The Cassini spacecraft gazes toward the multiple strands of the ever-changing F ring, also sighting Atlas at its station just beyond the A ring edge.
A few faint background stars are visible in the image. Atlas, which appears left of center, is 32 kilometers (20 miles across).
This view looks toward the unlit side of the rings from about 58 degrees above the ringplane.
The image was taken in visible light with the Cassini spacecraft narrow-angle camera on Feb. 10, 2007 at a distance of approximately 1.7 million kilometers (1.1 million miles) from Atlas and at a Sun-Atlas-spacecraft, or phase, angle of 128 degrees. Image scale is 10 kilometers (6 miles) per pixel.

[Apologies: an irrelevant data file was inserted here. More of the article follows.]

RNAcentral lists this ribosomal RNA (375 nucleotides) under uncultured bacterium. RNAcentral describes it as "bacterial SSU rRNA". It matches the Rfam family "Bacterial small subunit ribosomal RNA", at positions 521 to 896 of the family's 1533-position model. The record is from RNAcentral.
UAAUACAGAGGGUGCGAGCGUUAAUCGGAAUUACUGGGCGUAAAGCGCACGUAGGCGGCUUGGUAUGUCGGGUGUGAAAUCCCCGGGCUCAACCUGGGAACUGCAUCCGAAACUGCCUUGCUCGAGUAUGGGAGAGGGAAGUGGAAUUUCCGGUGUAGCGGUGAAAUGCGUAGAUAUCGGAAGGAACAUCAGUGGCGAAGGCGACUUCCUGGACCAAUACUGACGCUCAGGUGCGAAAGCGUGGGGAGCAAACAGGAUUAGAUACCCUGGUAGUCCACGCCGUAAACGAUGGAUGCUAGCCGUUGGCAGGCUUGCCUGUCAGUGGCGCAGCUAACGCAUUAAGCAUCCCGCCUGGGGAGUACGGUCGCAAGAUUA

The Cassini-Huygens mission is a cooperative project of NASA, the European Space Agency and the Italian Space Agency. The Jet Propulsion Laboratory, a division of the California Institute of Technology in Pasadena, manages the mission for NASA's Science Mission Directorate, Washington, D.C. The Cassini orbiter and its two onboard cameras were designed, developed and assembled at JPL. The imaging operations center is based at the Space Science Institute in Boulder, Colo.
For more information about the Cassini-Huygens mission visit http://saturn.jpl.nasa.gov/home/index.cfm. The Cassini imaging team homepage is at http://ciclops.org.